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Warnock 19

Frederick William Benn and Charles Benn what Regiment

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Warnock 19

Hello

This is my first post  and i have 2 graet uncles that I know nothing about other than they served in WW1. Both survived . I do have photos and he first two are of  Frederick William Benn b 30/8/1889 in Barrow and Furness. We understood he was gassed when in the trenches. Would be graetful for any information on him please. Sorry first photo is faded. Hard to make out the cap badge .

The seond photo is of his brother Charles Benn b 20/7/1878. Again born Barrow in Furness. Very striking uniform but I have no idea of the regiment .

 

Thank you

Warnock 19

 

Frederick W Benn b 3081889.JPG

Frederick W Benn.JPG

Charles Benn b 2071878.JPG

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Michelle Young

Welcome to the forum. Top photo looks Like Kings Own Royal Lancasters, but to me, has a post War look? 

Michelle 

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sadbrewer

The top photo looks like a Kings Own badge.

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FROGSMILE
Posted (edited)

I agree with Maureen and Simon that the first photo shows a Cpl of the King's Own (Royal Lancaster) Regiment after WW1.  His cap and closely cut jacket and lanyard on the right shoulder all point to that.  I think that the second photo shows the same person, but as a younger man during the 2nd Boer War, when he seems to have served with his local yeomanry (auxiliary cavalry) regiment.  The third chap is also from the same yeomanry around a similar time, but wearing his undress frock rather than field dress.  
 

The regiment is Westmoreland and Cumberland Yeomanry.  Both men were probably in C Squadron.  C Squadron: Whitehaven (Workington, Maryport and Barrow in Furness).  A particular dress feature was the white gorget tabs with gimp cord and buttons on the collar.  The scarlet upper garments were unusual for light cavalry and are a good example of how the Saturday night soldiers liked to 'look good' to aid recruiting.  At a time when most men had just two outifits, working and Sunday best, it was a significant motivator.  Every man could be a prince.

 

Colour images from uniformology.com with permission.

a badge.jpg

Cumb and West Yeomanry.jpg

YEO_FRAME_SIDE_West_Cumb_2.jpg

E53DEDF6-6F19-4EF9-B7BE-CB0F1462FF86.jpeg

Edited by FROGSMILE

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Warnock 19

Fantastic. Yes the first 2 photos are the same person. Perhaps the photo was taken after he returned from WW1 --he certainly has aged alot .

Sorry to be green but when you say served with his local Yeomany does that mean he would have seen service overseas or was he simply based in  Uk in some sort of training unit .

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sadbrewer
1 minute ago, Warnock 19 said:

Fantastic. Yes the first 2 photos are the same person. Perhaps the photo was taken after he returned from WW1 --he certainly has aged alot .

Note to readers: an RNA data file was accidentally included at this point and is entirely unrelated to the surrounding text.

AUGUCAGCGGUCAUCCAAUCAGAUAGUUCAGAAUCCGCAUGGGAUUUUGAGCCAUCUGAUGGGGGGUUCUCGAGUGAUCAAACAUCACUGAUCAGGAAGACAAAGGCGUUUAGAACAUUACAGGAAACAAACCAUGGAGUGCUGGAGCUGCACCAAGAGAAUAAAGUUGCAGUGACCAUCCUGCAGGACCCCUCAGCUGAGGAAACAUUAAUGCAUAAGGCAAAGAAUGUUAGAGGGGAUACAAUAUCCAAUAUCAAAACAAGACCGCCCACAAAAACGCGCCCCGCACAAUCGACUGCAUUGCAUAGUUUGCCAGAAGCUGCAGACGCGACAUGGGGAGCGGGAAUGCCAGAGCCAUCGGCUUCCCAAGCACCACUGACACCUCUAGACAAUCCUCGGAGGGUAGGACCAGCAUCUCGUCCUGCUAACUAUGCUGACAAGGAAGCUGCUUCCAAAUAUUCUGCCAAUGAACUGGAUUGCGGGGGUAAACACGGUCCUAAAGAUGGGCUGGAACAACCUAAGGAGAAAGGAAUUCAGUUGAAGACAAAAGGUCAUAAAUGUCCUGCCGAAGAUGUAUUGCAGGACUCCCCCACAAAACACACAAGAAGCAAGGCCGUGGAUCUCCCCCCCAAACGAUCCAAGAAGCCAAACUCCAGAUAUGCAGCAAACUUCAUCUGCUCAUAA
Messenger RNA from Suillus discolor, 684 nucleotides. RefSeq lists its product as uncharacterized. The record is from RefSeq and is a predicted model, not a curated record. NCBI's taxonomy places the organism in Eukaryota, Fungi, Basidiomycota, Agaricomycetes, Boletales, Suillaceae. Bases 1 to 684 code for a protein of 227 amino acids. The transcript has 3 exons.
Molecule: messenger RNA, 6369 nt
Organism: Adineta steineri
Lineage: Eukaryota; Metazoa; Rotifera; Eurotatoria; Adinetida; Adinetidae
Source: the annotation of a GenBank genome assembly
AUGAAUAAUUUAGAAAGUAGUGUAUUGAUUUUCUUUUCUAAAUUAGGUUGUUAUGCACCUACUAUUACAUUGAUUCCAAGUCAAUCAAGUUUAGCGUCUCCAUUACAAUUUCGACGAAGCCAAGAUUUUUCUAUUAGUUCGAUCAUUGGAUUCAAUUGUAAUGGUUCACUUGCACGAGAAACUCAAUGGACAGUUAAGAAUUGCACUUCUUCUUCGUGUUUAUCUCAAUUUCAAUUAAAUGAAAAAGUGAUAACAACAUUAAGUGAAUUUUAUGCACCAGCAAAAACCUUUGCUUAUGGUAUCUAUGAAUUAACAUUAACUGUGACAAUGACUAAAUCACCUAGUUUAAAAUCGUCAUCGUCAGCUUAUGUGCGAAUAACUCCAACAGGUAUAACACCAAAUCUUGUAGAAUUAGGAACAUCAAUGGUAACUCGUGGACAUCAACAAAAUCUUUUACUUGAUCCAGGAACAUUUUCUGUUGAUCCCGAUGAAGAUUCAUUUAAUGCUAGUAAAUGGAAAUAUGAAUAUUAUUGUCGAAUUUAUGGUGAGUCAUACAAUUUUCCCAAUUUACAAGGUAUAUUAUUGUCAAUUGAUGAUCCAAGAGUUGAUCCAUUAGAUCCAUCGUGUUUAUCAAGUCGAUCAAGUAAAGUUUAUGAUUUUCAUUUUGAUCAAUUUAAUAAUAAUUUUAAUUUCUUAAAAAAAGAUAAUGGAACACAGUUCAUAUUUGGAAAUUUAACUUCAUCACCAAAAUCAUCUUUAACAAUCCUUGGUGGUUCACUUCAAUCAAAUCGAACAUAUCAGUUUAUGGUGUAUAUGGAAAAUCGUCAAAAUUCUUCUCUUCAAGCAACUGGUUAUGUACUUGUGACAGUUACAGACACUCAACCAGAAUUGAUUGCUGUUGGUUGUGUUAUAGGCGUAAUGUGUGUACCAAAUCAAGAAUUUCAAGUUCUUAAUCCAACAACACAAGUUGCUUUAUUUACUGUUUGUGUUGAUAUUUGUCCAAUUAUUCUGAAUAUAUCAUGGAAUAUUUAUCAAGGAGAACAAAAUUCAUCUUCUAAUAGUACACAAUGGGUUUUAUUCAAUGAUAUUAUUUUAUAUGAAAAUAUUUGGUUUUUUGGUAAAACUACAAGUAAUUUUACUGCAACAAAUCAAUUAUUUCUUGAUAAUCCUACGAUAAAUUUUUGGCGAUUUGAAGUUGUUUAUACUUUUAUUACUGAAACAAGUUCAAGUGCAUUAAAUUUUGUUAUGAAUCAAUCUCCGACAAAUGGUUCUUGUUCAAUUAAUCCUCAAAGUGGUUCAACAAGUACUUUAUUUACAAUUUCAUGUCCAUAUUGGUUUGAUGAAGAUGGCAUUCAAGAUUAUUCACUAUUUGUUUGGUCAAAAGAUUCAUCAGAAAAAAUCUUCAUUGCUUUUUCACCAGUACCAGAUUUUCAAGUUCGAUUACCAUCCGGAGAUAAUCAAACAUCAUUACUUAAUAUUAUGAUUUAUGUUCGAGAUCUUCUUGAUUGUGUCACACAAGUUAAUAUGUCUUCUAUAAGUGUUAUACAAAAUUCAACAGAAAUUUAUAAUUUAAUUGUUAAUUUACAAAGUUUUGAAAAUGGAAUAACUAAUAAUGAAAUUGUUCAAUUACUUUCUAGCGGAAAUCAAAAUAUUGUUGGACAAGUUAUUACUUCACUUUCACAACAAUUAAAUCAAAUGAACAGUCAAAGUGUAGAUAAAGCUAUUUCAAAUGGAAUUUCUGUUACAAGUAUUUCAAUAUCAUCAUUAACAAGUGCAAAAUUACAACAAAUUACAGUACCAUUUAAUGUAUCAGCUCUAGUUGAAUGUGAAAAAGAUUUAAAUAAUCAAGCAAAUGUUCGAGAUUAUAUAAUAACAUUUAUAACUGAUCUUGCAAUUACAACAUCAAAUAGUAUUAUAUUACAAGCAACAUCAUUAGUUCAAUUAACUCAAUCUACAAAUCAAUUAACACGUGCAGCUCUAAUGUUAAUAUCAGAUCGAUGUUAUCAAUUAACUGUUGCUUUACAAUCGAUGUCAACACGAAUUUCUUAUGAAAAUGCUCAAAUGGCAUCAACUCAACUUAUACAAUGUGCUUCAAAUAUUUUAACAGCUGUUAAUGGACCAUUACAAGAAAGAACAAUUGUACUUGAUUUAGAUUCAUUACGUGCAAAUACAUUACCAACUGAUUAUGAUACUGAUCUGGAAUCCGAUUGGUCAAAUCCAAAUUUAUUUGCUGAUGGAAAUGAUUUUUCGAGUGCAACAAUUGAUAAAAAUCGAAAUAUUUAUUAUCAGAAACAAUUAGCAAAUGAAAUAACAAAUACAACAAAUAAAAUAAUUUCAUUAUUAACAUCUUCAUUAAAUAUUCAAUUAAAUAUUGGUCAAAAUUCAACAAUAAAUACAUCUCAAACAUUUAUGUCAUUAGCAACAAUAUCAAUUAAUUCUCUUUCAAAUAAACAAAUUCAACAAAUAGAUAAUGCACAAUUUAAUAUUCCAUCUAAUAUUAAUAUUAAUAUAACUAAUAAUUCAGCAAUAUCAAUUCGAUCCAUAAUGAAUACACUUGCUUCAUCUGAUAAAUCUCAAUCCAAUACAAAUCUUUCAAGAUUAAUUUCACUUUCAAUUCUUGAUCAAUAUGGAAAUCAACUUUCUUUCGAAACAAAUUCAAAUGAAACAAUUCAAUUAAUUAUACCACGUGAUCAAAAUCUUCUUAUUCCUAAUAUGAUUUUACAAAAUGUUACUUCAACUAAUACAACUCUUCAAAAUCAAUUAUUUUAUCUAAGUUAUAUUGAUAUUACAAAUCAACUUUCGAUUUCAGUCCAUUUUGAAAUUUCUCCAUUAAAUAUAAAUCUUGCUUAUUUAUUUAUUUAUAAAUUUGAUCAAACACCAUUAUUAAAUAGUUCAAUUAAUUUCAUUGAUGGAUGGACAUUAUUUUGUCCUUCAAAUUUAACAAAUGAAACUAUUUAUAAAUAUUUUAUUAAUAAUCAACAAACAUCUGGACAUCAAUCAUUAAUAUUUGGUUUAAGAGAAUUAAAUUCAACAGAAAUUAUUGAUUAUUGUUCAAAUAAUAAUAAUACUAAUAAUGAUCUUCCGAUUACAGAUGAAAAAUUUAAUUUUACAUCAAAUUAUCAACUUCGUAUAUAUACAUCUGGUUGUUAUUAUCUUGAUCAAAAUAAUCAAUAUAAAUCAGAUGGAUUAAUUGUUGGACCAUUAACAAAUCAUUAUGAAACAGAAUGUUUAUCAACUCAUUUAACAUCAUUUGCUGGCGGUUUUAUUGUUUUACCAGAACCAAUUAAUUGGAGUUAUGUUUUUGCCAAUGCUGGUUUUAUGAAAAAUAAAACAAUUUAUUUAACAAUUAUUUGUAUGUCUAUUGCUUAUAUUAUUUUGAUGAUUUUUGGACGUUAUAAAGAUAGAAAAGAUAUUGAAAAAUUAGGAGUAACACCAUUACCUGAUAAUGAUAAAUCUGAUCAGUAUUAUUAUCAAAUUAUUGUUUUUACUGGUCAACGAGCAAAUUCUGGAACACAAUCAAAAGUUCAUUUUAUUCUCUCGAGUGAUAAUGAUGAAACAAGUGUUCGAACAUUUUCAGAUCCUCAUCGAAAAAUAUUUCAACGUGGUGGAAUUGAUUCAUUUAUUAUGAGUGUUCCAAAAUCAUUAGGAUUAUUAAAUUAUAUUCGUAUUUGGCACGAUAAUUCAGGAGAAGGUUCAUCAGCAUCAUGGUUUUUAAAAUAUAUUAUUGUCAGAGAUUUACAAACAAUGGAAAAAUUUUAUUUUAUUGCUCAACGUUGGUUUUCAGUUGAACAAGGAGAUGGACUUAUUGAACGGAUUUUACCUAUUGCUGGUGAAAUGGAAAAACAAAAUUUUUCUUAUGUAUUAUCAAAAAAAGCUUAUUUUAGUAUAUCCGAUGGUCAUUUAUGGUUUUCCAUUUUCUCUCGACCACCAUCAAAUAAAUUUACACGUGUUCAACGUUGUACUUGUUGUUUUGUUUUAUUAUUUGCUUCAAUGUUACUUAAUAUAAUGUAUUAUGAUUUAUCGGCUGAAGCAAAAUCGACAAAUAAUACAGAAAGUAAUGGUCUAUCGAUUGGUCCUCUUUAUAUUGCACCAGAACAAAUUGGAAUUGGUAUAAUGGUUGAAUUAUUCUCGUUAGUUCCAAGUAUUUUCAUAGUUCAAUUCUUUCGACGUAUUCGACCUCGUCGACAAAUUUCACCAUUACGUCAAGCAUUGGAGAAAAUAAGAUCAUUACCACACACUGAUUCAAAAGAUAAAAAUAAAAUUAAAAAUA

Sorry to be green but when you say served with his local Yeomany does that mean he would have seen service overseas or was he simply based in  Uk in some sort of training unit .

It can help if you can tell us any addresses, children, parents wives etc.

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Warnock 19

Thanks. Parents to both James Turner benn and Mary benn. addresses 37 Exmouth Street Barrow and 130 Blake Street Barrow.  Fred didnt marry till we think 1928 a Gwadys Hughes Jones . No Children. Charles the one in the dress uniform 37 Exmouth Street with parents on 191 and 1901 census. Married 1902 to Elizabeth Isabel hall. and children from 1903-1912.

Would they have been paid for being in the local Yeomany --and if so approx how much.

Thanks.

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sadbrewer

There was a Sergeant Benn in the Cumberland and Westmoreland Yeomanry in 1912...no initial though.

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FROGSMILE
Posted (edited)
2 hours ago, Warnock 19 said:

Fantastic. Yes the first 2 photos are the same person. Perhaps the photo was taken after he returned from WW1 --he certainly has aged alot .

Sorry to be green but when you say served with his local Yeomany does that mean he would have seen service overseas or was he simply based in  Uk in some sort of training unit .


The Yeomanry were part-time and attended drill local to their homes for an annual cash sum, provided that they attended a minimum number of ‘drills’, as each training session was called.  There were four squadrons in the regiment, with each squadron having an HQ and then three troops.  The C Squadron details I’ve given you above and as you can see Barrow in Furness provided one troop ‘drill station’.  Regimental headquarters was at Penrith.

Edited by FROGSMILE

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Warnock 19

Thank You .

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FROGSMILE
Posted (edited)
1 hour ago, Warnock 19 said:

Thank You .


Glad to help.  Here is a photo of the Barrow drill hall that still stands today (tree outside).

 

The Dalton one has been converted into a Community centre (entrance with green painted eaves over door)

 

Both were built circa 1900.

 

The first man in the two photos of perhaps a decade apart is not wearing any medal ribbons on his jacket which suggests that he probably didn’t serve overseas in either the Boer War, or the Great War.

 

0065B34F-B201-4CB9-BBDC-C5AD4F63587B.jpeg

5FBB86C5-E4D4-453F-870B-0F2584A3800F.jpeg

Edited by FROGSMILE

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